“Twenty-one year flat-line” was the way that Janet Groth, receptionist at the New Yorker from 1957-1978 described her aforementioned career last night at the reading of her memoir The Receptionist: An Education at the New Yorker at Greenlight Bookstore.
Ms. Groth recounted a time of William Shawn, E.B. White and Joseph Mitchell with a slightly nostalgic but none too romanticized air. She recalled telling the man who first interviewed her for the position that she wanted to write. “Can you type?” was his response. Not professionally, she told him. He reviewed her resume and inquired about a short story prize she had won while in college. “Did you type that?”
During her 21 years at the magazine, Ms. Groth submitted three short stories for consideration—none of which made it into print, and one of which she believes got lost on Mr. Shawn’s desk. “Apparently that happened all the time but I took it very, very personally,” explained Ms. Groth, who is now a professor emeritus of English at Plattsburg State University and the author of multiple books on the writer and critic Edmund Wilson, whose time at the New Yorker overlapped hers.
The reading was followed by a conversation with Rebecca Mead, a current staff writer at the New Yorker who has been there since 1997. “Why write this book now?” Ms. Mead inquired.
“I think the idea was that people had died, who would have been hurt by it,” Ms. Groth responded, garnering a number of laughs from the audience.
Ms. Mead pointed out that others have written about being receptionists at the New Yorker, including Alison Rose, Ms. Groth’s successor.
“That was a very spicy book,” Ms. Groth exclaimed excitedly. “She seems to have gotten around to all those married men I was eschewing.”
Ms. Mead laughed, and went on to call Ms. Groth’s book “beautifully written…it’s really delicious but it’s so sad. I found it ineffably melancholic.”
“It also made me extremely glad that I joined the New Yorker in the 1990s and not in the 1950s,” Ms. Mead remarked, referring to the blatant sexism recounted in Ms. Groth’s memoir.
Yet, there was at least one benefit to working at the New Yorker in the 60s and 70s. “Am I really to understand that the New Yorker paid for your psychoanalysis?” Ms. Mead asked incredulously.
“Yes! You see, they had to have that, or, they thought they did. There were so many of their staff going to shrinks that they had a policy where 80 percent of it was covered,” Ms. Groth explained. “Everybody did! Well, this is perhaps an exaggeration…but it seemed to me fairly widespread.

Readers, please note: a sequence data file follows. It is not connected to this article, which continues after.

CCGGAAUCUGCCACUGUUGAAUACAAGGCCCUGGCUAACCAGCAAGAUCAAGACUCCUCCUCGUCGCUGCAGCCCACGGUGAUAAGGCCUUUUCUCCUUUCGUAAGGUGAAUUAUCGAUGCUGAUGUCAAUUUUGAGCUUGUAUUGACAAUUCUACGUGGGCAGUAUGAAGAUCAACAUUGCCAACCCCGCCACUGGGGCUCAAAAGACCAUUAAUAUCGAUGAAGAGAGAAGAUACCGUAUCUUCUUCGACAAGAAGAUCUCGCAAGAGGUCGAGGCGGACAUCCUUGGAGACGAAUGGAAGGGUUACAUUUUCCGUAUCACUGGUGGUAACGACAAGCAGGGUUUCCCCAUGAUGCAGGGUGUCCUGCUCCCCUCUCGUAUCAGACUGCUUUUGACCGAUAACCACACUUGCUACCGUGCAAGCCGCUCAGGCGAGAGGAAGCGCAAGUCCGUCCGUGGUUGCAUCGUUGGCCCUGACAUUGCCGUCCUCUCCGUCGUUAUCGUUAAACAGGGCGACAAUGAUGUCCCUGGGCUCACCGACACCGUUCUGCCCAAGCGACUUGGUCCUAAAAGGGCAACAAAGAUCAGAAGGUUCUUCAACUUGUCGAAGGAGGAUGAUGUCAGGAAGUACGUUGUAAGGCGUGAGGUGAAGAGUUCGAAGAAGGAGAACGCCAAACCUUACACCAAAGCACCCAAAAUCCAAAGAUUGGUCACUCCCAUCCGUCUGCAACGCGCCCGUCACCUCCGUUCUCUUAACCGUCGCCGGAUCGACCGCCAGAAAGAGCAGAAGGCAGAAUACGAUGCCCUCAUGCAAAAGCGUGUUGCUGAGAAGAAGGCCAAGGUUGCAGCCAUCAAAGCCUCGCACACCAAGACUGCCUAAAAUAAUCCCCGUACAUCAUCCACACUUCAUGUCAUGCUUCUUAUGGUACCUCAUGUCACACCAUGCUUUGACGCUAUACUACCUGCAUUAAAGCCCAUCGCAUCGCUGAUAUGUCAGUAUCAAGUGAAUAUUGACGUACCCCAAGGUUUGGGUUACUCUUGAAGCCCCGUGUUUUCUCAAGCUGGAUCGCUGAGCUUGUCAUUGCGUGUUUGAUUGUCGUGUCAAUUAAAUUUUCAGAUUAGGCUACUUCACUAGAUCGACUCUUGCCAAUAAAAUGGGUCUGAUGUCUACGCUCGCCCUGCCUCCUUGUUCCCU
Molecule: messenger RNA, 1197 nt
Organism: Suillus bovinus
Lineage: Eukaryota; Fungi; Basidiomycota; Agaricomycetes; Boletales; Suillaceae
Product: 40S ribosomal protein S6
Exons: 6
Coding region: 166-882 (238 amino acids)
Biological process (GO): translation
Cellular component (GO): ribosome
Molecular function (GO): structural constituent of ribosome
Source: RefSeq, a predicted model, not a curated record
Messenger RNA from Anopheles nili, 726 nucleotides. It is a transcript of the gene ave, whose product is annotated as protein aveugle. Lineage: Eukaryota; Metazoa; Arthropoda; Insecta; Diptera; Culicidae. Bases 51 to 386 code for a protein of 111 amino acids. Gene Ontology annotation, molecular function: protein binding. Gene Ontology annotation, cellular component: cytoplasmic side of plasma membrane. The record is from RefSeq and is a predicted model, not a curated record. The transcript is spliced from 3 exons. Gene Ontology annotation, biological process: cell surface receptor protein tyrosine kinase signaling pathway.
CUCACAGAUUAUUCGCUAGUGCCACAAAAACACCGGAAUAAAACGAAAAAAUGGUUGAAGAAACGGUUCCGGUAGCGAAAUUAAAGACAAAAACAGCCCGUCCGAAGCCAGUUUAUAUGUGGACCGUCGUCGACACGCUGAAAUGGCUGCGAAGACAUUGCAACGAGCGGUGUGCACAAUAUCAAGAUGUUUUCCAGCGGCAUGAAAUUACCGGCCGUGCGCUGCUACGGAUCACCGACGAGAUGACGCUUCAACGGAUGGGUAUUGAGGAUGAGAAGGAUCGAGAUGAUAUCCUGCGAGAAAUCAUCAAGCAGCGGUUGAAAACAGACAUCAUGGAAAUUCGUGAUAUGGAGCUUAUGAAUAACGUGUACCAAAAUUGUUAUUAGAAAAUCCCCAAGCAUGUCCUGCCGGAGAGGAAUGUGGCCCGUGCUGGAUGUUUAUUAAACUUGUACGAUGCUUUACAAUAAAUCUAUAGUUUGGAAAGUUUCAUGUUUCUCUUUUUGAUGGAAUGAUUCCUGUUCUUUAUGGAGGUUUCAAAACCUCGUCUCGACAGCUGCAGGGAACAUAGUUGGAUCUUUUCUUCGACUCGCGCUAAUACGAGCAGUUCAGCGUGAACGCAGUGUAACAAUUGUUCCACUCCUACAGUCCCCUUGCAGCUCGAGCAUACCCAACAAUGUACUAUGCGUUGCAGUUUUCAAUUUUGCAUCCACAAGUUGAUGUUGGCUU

The back cover of The Receptionist reads: “If Mad Men were set at the offices of the New Yorker Magazine, and told from the point of view of the receptionist, it would mirror Janet Groth’s seductive and entertaining look back at her twenty-one years at that legendary institution.” Yet, Ms. Mead, jumping on the bandwagon of reviewers likening largely unrelated books to Lena Dunham’s HBO series, remarked, “The TV show I kept thinking about while I was reading this was Girls.”
“I’ve only seen the one brief portion that you can watch without signing up for Hulu,” admitted Ms. Groth. “But it looked good.”
“If you had to give your young self advice now, what would it be?” Ms. Mead inquired.
After joking that she should’ve taught herself how to type, Ms. Groth said that “any assertiveness training” would have benefited her immensely. “Young women are so much better equipped today,” she remarked.
“There might be less lunchtime drinking leading to afternoon weeping now,” remarked Ms. Mead with a wry laugh.
“Oh, I meant to ask: is there anything on offer in the Condé Nast Cafeteria?” Ms. Groth inquired of Ms. Mead, referring to an invitation earlier in the conversation to join her for lunch at the new New Yorker offices.
“You can’t even get garlic, let alone alcohol,” Ms. Mead explained with mock indignation.
“Well, I’ll have to bring a little flask.” Ms. Groth said with a wink.
Ms. Mead noted that there are no longer any receptionists at the New Yorker, as Condé Nast eliminated the positions during a round of budget cuts in 2009. “Does the demise of the receptionist position make you sad, or do you think, well, good, nobody else has to go through it?”
“It does make me sad,” Ms. Groth remarked. “There was a certain humanity about it that lobby security doesn’t quite match.”
When asked whether she still subscribes to the magazine, Ms. Groth told The Observer that she does. “I’m so sorry I lost my gratis subscription, but at some point they economized and all the recent retirees stopped getting their comps. I do get an educational subscription, though. I do love it, and you gotta have it. It’s just vital to the culture.”
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